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BBC focus on local newspapers' East End spat

A spat between Archant London’s East London Advertiser and its local council’s free weekly newspaper has made it onto the local television news.

The rival paper East End Life, published by Tower Hamlets council, is being subsidised by taxpayers to the tune of £8,500 every week.

Yet as well as draining council coffers, it takes advertising revenue and competes with the Advertiser.

Advertiser editor Malcolm Starbrook has expressed his concern over the publicly-funded free paper “masquerading” as an independent publication.

A campaign has been launched against Tower Hamlets council’s use of taxpayers’ money – a move which prompted interest from the BBC’s London Tonight programme.

They filmed an interview with Malcolm and with council leader Shirajul Islam, adding the report to its website.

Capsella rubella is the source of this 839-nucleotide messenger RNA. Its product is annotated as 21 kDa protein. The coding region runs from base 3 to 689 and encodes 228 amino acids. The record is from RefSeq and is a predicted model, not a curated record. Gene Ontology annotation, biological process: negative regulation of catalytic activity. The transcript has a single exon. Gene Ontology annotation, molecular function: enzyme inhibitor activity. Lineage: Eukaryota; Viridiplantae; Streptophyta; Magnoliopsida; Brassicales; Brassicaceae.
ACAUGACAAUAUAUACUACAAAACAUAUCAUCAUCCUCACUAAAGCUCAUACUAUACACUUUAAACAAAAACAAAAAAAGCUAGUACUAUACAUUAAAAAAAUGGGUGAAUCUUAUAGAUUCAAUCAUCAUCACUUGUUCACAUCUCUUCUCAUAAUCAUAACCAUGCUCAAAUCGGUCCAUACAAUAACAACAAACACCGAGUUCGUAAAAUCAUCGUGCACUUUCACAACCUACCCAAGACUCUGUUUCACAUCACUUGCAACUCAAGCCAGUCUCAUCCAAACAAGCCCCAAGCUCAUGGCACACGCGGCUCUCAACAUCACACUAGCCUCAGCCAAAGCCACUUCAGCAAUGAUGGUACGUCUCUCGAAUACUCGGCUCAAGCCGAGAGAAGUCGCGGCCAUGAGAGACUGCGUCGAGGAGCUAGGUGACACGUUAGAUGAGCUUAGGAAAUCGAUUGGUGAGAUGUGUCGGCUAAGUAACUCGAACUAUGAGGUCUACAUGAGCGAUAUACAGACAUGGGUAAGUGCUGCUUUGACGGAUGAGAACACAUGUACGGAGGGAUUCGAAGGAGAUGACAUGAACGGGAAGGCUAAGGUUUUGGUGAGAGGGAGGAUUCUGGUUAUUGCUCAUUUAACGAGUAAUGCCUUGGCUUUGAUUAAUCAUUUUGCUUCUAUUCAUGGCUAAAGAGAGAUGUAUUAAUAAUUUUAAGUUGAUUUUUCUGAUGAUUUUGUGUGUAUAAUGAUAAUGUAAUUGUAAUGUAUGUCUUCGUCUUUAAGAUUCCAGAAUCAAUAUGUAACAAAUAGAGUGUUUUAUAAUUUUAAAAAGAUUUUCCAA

Malcolm said: “The programme generated considerable interest and boosted calls and letters to our offices,” he added.

The Advertiser has accused the council of depriving the elderly and the vulnerable by spending tax-payers’ money on the paper.

Despite opposition from the Advertiser, people in the community and opposition parties, the council is now planning to expand its free weekly.

According to Tower Hamlets council leaders, East End Life costs taxpayers £445,999 a year – equivalent to almost one per cent of all council tax, and matching what the town hall chiefs want to save by scrapping free home help for pensioners.

To read the BBC’s story and see the video visit the BBC website.